Was That A Tsunami?

28 02 2010

T Street Gets Swamped

Nah.  It’s just Sunday morning at T Street (the day after the tsunami generated by the Chilean 8.8 earthquake).

There was a lot of water moving around this morning, as piles of water advanced toward the stairway, fire rings, bathrooms, and lifeguard headquarters.

The combination of an extreme high tide (6.2′) and a swell kicked up by the recent storm was just too much for San Clemente’s beaches.  As El Nino grinds away at the beaches, the City is trying to find a  way to help nature cope by bringing in more sand by truck or train or barge.  

It’s a tough call.   Once we’ve messed up the regional sand flow with various manmade devices, should we help nature out from time to time?  We hate to see our beaches disappear, even if they come back partially in the next season.  But, how much of the erosion is natural?

Perhaps that would be a good post in the future?  Maybe we could even get a guest expert.

In the meantime, stay on the bluff at high tide.  Just don’t get too close to the edge.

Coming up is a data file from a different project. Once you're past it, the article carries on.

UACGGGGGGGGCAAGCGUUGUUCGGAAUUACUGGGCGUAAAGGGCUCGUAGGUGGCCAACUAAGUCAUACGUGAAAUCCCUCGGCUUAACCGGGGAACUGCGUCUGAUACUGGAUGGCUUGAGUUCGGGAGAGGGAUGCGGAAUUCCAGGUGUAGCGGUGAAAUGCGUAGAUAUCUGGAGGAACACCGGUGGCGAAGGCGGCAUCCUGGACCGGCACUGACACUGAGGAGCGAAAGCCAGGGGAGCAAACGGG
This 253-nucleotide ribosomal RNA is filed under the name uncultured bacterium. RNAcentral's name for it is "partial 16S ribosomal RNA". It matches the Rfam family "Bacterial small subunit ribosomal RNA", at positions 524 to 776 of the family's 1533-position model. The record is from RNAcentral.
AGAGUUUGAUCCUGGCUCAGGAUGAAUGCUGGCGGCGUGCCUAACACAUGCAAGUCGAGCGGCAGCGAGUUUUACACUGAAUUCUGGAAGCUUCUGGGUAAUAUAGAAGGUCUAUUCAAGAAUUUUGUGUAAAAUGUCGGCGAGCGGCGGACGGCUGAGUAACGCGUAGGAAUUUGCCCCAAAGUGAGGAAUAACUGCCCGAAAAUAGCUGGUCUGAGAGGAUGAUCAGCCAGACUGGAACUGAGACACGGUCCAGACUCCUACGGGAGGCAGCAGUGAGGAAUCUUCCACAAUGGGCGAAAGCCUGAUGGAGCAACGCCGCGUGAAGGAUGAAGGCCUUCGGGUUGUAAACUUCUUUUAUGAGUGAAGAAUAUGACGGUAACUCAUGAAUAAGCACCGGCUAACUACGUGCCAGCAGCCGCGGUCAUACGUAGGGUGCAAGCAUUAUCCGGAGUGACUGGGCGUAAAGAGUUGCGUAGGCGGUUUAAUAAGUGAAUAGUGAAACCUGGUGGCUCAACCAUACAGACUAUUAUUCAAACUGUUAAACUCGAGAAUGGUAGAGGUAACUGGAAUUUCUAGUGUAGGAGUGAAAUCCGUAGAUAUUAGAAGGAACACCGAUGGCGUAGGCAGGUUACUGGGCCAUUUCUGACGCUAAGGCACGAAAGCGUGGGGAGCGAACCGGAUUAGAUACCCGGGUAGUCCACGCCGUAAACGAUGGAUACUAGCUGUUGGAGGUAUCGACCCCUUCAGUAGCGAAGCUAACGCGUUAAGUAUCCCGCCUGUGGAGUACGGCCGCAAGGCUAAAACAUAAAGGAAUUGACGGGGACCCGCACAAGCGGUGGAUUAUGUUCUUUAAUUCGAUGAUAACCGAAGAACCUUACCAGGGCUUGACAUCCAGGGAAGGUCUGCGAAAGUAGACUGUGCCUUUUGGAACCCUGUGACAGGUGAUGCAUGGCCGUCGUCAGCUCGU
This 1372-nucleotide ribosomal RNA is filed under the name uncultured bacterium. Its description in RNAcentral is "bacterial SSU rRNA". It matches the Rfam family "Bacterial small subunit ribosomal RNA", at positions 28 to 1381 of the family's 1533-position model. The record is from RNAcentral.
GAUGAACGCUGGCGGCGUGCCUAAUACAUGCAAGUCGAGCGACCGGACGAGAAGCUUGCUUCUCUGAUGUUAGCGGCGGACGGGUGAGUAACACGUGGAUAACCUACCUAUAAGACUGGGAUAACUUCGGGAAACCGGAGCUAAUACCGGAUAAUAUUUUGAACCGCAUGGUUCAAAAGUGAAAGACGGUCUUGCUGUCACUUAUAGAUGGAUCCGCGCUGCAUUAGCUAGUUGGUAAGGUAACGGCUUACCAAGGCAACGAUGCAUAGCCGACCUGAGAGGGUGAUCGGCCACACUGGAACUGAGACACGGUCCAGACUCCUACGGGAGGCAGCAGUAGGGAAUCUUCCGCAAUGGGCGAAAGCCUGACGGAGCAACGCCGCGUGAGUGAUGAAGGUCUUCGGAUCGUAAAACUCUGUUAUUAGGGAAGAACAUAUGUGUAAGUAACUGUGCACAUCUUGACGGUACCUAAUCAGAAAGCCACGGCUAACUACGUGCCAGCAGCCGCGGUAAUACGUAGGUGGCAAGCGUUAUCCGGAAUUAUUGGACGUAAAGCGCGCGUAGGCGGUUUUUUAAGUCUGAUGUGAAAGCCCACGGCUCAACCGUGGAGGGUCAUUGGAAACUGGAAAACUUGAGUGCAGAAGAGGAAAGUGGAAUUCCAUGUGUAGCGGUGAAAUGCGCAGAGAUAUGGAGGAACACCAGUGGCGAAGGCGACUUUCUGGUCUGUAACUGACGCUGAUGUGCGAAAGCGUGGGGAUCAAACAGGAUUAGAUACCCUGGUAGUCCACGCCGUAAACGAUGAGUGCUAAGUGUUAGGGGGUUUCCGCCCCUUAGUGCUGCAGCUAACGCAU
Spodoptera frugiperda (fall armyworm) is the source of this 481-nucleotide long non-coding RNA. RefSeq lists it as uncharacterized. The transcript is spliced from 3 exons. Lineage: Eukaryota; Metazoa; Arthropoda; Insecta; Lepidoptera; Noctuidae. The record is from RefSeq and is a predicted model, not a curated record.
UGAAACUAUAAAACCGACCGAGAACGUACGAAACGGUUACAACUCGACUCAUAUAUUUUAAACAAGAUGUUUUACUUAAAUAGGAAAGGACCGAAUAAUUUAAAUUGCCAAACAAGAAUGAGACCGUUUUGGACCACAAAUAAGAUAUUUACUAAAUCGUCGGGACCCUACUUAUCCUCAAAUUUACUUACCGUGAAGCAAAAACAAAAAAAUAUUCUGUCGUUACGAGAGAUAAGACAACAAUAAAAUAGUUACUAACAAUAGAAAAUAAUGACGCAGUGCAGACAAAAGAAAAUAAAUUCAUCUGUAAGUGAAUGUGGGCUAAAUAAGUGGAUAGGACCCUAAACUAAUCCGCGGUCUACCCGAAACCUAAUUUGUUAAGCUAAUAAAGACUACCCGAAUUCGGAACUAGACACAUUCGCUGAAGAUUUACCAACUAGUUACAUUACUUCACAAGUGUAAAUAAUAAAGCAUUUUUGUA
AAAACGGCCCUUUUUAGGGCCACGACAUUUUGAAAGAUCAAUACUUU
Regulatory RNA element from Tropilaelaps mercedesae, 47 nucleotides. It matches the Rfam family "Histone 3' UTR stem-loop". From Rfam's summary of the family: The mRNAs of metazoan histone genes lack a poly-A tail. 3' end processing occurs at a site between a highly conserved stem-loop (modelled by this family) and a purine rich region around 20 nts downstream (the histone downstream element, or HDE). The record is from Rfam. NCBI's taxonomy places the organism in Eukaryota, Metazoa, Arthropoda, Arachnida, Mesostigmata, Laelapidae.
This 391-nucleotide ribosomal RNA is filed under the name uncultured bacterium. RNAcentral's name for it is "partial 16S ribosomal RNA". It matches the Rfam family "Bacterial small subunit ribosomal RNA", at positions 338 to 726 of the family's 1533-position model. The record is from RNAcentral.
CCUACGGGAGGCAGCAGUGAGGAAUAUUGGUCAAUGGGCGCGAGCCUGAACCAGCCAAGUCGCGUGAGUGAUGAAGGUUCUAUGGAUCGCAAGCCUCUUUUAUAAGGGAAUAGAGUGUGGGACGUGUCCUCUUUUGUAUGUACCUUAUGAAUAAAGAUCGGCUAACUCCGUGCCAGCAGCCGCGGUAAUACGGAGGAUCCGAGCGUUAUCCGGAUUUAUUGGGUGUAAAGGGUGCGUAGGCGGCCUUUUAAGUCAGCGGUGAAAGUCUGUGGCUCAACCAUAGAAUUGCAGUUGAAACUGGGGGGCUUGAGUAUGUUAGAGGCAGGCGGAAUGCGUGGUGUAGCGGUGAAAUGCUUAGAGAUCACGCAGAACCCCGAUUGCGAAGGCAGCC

Tsunami Physics and Trestles

28 02 2010

Waves On The Way To Trestles

With the tragic 8.8 earthquake in Chile generating a tsunami that traveled across the Pacific, the question arises again — “Just what is a tsunami (Japanese for ‘harbor wave’)?”  We add “How will it affect Trestles?”

The news cams and looky-loo’s run down to the beach looking for a Mav size set to wash away all the local fish taco stands, but are sorely disappointed when they find out the tsunami passed by without even a splash.  That’s because while tsunamis are waves from a physics standpoint, they don’t behave like the waves most people are used to seeing in news photos and movies like Big Wednesday.

Ocean waves range in velocity, wavelength and frequency from wind chop to twice-a-day tides.  Tsunamis fit in the ocean wave spectrum somewhere between surf beat and tides.   So, they behave more like a big surge.

Ordinary wind-driven waves, like the ones breaking yesterday at Snapper Rocks, range from about 5 to 15 seconds in period between waves.  Surf beat varies greatly, but it is the more correct term for what surfers call “sets.”  When I was a kid, the old pro’s on the beach would say that every 9th wave was a big one.  That was a wild guess.  Surf beat frequency and period actually depend on a lot of variables, like wave height, velocity, and frequency, not to mention the shape of the ocean bottom (bathymetry) across which they travel.   With that said, surf beat is a multiple of wave periods.  For example, every ninth 10-second wave would mean the surf beat is 90 seconds.  Tides average about 12 hours between peaks.   Tsunamis are somewhere in between.

Tsunami Wave Geometry

This diagram, borrowed from EnchantedLearning.com, shows the difference in wavelength and velocity between deep water travel and shallow water travel for tsunamis.  It is obvious that tsunamis are greatly affected by bathymetry and ocean depth.